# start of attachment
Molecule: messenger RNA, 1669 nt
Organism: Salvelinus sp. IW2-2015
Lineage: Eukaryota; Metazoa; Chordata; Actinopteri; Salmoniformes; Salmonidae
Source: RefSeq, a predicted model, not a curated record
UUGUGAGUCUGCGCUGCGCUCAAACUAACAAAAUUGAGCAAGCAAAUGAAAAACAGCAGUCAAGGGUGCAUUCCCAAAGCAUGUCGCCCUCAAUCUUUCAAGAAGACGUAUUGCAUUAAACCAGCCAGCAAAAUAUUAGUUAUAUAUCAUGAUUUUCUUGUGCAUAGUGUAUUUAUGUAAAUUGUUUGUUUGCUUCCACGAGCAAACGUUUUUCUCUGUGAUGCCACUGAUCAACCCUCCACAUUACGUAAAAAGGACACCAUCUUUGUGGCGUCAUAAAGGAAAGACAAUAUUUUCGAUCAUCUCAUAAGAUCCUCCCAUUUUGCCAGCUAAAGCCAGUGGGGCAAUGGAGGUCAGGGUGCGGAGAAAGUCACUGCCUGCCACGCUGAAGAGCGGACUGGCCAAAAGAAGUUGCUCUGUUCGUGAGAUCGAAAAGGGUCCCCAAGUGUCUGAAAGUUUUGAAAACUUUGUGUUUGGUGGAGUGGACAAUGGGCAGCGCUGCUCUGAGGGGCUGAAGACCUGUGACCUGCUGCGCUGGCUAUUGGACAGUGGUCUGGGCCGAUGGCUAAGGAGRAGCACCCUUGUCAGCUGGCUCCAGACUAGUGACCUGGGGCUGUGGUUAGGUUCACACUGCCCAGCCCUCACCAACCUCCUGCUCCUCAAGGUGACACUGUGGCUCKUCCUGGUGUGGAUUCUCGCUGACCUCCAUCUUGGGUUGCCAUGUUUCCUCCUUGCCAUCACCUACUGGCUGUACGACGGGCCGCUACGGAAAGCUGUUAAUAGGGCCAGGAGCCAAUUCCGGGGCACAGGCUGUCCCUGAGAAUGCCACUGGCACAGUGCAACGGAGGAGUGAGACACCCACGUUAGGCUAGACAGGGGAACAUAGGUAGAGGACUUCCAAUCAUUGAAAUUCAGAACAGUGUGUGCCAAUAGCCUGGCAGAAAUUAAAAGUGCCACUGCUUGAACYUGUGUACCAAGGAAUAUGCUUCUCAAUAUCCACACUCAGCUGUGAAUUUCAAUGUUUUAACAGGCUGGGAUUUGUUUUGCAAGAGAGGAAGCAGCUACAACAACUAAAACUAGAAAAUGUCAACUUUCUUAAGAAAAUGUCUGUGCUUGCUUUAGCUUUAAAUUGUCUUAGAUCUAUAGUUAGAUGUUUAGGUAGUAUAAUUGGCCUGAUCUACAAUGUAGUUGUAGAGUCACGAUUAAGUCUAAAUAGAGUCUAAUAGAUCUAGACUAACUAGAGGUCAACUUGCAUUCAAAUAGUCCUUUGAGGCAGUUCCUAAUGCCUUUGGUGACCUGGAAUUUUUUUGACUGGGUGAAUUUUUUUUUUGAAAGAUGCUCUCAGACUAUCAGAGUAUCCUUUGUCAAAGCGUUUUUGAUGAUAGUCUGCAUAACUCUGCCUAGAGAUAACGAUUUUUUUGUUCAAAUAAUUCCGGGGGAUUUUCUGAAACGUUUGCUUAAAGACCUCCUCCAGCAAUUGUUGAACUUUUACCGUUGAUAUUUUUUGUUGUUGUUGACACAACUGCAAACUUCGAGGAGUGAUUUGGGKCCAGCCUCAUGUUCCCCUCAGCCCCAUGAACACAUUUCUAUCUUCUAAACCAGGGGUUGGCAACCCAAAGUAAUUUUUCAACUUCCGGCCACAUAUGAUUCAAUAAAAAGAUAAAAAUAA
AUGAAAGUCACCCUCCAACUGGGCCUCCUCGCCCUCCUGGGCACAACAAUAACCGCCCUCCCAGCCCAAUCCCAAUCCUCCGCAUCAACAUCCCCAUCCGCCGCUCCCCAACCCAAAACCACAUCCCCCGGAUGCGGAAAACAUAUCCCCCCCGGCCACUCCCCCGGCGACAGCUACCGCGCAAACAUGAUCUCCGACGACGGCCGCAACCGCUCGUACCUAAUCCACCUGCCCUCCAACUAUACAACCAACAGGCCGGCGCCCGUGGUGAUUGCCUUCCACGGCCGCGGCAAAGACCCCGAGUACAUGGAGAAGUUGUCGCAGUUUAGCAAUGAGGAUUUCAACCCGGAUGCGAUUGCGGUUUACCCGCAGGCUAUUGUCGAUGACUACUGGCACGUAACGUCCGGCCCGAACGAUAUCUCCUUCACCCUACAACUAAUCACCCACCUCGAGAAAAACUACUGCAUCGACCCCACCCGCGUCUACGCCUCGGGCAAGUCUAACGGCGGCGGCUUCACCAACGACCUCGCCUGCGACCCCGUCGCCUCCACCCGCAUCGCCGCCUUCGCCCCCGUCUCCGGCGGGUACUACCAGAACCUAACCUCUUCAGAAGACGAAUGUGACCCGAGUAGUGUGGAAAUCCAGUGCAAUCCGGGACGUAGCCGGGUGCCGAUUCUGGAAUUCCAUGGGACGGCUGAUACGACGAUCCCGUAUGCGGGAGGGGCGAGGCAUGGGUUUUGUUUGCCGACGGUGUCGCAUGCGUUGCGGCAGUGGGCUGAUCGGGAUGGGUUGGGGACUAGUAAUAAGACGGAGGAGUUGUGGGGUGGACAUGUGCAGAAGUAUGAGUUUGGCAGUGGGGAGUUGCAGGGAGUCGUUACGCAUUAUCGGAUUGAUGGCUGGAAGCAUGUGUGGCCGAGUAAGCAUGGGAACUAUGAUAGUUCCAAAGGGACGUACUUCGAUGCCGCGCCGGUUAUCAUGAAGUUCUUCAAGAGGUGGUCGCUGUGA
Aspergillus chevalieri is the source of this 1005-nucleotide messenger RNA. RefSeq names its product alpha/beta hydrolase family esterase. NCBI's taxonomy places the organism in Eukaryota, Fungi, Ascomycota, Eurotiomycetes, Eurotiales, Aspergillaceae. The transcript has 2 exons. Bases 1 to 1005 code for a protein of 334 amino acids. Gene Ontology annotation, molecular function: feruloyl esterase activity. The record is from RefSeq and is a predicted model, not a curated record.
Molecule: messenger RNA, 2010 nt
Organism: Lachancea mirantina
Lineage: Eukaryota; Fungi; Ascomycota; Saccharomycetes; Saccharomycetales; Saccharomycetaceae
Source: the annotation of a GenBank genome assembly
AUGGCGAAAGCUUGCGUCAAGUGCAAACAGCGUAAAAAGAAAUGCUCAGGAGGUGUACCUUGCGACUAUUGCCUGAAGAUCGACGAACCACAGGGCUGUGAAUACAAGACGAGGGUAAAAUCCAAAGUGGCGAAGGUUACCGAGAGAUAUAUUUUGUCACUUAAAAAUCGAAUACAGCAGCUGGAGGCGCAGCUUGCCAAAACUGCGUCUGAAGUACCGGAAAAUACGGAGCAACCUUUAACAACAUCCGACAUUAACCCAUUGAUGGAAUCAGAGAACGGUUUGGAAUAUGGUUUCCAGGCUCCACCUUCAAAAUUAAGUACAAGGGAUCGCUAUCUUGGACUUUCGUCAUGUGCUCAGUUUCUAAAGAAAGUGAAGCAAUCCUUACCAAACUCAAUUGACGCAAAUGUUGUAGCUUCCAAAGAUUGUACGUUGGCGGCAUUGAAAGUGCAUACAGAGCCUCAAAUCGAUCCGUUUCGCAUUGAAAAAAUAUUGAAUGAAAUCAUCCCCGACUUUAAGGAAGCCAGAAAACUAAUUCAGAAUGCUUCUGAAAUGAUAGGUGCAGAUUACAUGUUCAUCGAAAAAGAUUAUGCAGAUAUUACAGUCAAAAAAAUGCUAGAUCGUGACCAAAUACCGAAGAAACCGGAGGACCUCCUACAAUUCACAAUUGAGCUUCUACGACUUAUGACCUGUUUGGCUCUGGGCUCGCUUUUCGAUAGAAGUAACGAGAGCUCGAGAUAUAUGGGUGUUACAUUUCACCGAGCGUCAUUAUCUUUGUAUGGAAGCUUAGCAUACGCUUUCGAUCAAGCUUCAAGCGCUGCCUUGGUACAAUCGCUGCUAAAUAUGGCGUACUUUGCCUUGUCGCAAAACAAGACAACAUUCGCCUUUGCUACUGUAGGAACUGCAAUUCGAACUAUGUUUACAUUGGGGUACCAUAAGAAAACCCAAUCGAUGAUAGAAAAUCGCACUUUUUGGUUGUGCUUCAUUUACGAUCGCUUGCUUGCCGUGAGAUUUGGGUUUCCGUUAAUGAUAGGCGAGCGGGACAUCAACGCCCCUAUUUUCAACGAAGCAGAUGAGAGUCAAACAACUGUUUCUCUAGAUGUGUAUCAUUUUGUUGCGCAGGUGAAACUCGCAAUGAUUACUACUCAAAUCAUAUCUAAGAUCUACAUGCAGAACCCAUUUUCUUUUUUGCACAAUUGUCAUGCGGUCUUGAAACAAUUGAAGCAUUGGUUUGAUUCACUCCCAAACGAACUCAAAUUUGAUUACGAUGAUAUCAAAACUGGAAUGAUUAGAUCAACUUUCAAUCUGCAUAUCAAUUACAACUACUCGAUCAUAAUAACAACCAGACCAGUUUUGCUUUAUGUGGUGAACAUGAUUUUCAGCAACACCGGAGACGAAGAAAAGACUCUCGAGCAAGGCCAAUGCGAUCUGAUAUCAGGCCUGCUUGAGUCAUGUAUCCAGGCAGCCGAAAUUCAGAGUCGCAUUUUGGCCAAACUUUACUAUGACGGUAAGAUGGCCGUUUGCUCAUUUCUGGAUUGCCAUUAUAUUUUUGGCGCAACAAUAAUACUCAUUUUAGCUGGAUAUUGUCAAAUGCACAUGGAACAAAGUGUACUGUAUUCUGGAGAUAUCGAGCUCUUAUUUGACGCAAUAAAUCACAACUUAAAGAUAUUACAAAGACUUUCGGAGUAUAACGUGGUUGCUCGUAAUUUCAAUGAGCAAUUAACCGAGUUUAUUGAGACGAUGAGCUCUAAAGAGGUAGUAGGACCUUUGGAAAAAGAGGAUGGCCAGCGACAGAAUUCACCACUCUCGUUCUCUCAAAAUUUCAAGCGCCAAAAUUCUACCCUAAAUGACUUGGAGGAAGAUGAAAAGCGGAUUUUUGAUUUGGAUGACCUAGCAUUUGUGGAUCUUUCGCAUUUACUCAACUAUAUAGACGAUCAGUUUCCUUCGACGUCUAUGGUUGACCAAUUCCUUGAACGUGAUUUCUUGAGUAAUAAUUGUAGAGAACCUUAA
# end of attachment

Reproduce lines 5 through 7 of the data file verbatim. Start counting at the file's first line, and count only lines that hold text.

UUGUGAGUCUGCGCUGCGCUCAAACUAACAAAAUUGAGCAAGCAAAUGAAAAACAGCAGUCAAGGGUGCAUUCCCAAAGCAUGUCGCCCUCAAUCUUUCAAGAAGACGUAUUGCAUUAAACCAGCCAGCAAAAUAUUAGUUAUAUAUCAUGAUUUUCUUGUGCAUAGUGUAUUUAUGUAAAUUGUUUGUUUGCUUCCACGAGCAAACGUUUUUCUCUGUGAUGCCACUGAUCAACCCUCCACAUUACGUAAAAAGGACACCAUCUUUGUGGCGUCAUAAAGGAAAGACAAUAUUUUCGAUCAUCUCAUAAGAUCCUCCCAUUUUGCCAGCUAAAGCCAGUGGGGCAAUGGAGGUCAGGGUGCGGAGAAAGUCACUGCCUGCCACGCUGAAGAGCGGACUGGCCAAAAGAAGUUGCUCUGUUCGUGAGAUCGAAAAGGGUCCCCAAGUGUCUGAAAGUUUUGAAAACUUUGUGUUUGGUGGAGUGGACAAUGGGCAGCGCUGCUCUGAGGGGCUGAAGACCUGUGACCUGCUGCGCUGGCUAUUGGACAGUGGUCUGGGCCGAUGGCUAAGGAGRAGCACCCUUGUCAGCUGGCUCCAGACUAGUGACCUGGGGCUGUGGUUAGGUUCACACUGCCCAGCCCUCACCAACCUCCUGCUCCUCAAGGUGACACUGUGGCUCKUCCUGGUGUGGAUUCUCGCUGACCUCCAUCUUGGGUUGCCAUGUUUCCUCCUUGCCAUCACCUACUGGCUGUACGACGGGCCGCUACGGAAAGCUGUUAAUAGGGCCAGGAGCCAAUUCCGGGGCACAGGCUGUCCCUGAGAAUGCCACUGGCACAGUGCAACGGAGGAGUGAGACACCCACGUUAGGCUAGACAGGGGAACAUAGGUAGAGGACUUCCAAUCAUUGAAAUUCAGAACAGUGUGUGCCAAUAGCCUGGCAGAAAUUAAAAGUGCCACUGCUUGAACYUGUGUACCAAGGAAUAUGCUUCUCAAUAUCCACACUCAGCUGUGAAUUUCAAUGUUUUAACAGGCUGGGAUUUGUUUUGCAAGAGAGGAAGCAGCUACAACAACUAAAACUAGAAAAUGUCAACUUUCUUAAGAAAAUGUCUGUGCUUGCUUUAGCUUUAAAUUGUCUUAGAUCUAUAGUUAGAUGUUUAGGUAGUAUAAUUGGCCUGAUCUACAAUGUAGUUGUAGAGUCACGAUUAAGUCUAAAUAGAGUCUAAUAGAUCUAGACUAACUAGAGGUCAACUUGCAUUCAAAUAGUCCUUUGAGGCAGUUCCUAAUGCCUUUGGUGACCUGGAAUUUUUUUGACUGGGUGAAUUUUUUUUUUGAAAGAUGCUCUCAGACUAUCAGAGUAUCCUUUGUCAAAGCGUUUUUGAUGAUAGUCUGCAUAACUCUGCCUAGAGAUAACGAUUUUUUUGUUCAAAUAAUUCCGGGGGAUUUUCUGAAACGUUUGCUUAAAGACCUCCUCCAGCAAUUGUUGAACUUUUACCGUUGAUAUUUUUUGUUGUUGUUGACACAACUGCAAACUUCGAGGAGUGAUUUGGGKCCAGCCUCAUGUUCCCCUCAGCCCCAUGAACACAUUUCUAUCUUCUAAACCAGGGGUUGGCAACCCAAAGUAAUUUUUCAACUUCCGGCCACAUAUGAUUCAAUAAAAAGAUAAAAAUAA
AUGAAAGUCACCCUCCAACUGGGCCUCCUCGCCCUCCUGGGCACAACAAUAACCGCCCUCCCAGCCCAAUCCCAAUCCUCCGCAUCAACAUCCCCAUCCGCCGCUCCCCAACCCAAAACCACAUCCCCCGGAUGCGGAAAACAUAUCCCCCCCGGCCACUCCCCCGGCGACAGCUACCGCGCAAACAUGAUCUCCGACGACGGCCGCAACCGCUCGUACCUAAUCCACCUGCCCUCCAACUAUACAACCAACAGGCCGGCGCCCGUGGUGAUUGCCUUCCACGGCCGCGGCAAAGACCCCGAGUACAUGGAGAAGUUGUCGCAGUUUAGCAAUGAGGAUUUCAACCCGGAUGCGAUUGCGGUUUACCCGCAGGCUAUUGUCGAUGACUACUGGCACGUAACGUCCGGCCCGAACGAUAUCUCCUUCACCCUACAACUAAUCACCCACCUCGAGAAAAACUACUGCAUCGACCCCACCCGCGUCUACGCCUCGGGCAAGUCUAACGGCGGCGGCUUCACCAACGACCUCGCCUGCGACCCCGUCGCCUCCACCCGCAUCGCCGCCUUCGCCCCCGUCUCCGGCGGGUACUACCAGAACCUAACCUCUUCAGAAGACGAAUGUGACCCGAGUAGUGUGGAAAUCCAGUGCAAUCCGGGACGUAGCCGGGUGCCGAUUCUGGAAUUCCAUGGGACGGCUGAUACGACGAUCCCGUAUGCGGGAGGGGCGAGGCAUGGGUUUUGUUUGCCGACGGUGUCGCAUGCGUUGCGGCAGUGGGCUGAUCGGGAUGGGUUGGGGACUAGUAAUAAGACGGAGGAGUUGUGGGGUGGACAUGUGCAGAAGUAUGAGUUUGGCAGUGGGGAGUUGCAGGGAGUCGUUACGCAUUAUCGGAUUGAUGGCUGGAAGCAUGUGUGGCCGAGUAAGCAUGGGAACUAUGAUAGUUCCAAAGGGACGUACUUCGAUGCCGCGCCGGUUAUCAUGAAGUUCUUCAAGAGGUGGUCGCUGUGA
Aspergillus chevalieri is the source of this 1005-nucleotide messenger RNA. RefSeq names its product alpha/beta hydrolase family esterase. NCBI's taxonomy places the organism in Eukaryota, Fungi, Ascomycota, Eurotiomycetes, Eurotiales, Aspergillaceae. The transcript has 2 exons. Bases 1 to 1005 code for a protein of 334 amino acids. Gene Ontology annotation, molecular function: feruloyl esterase activity. The record is from RefSeq and is a predicted model, not a curated record.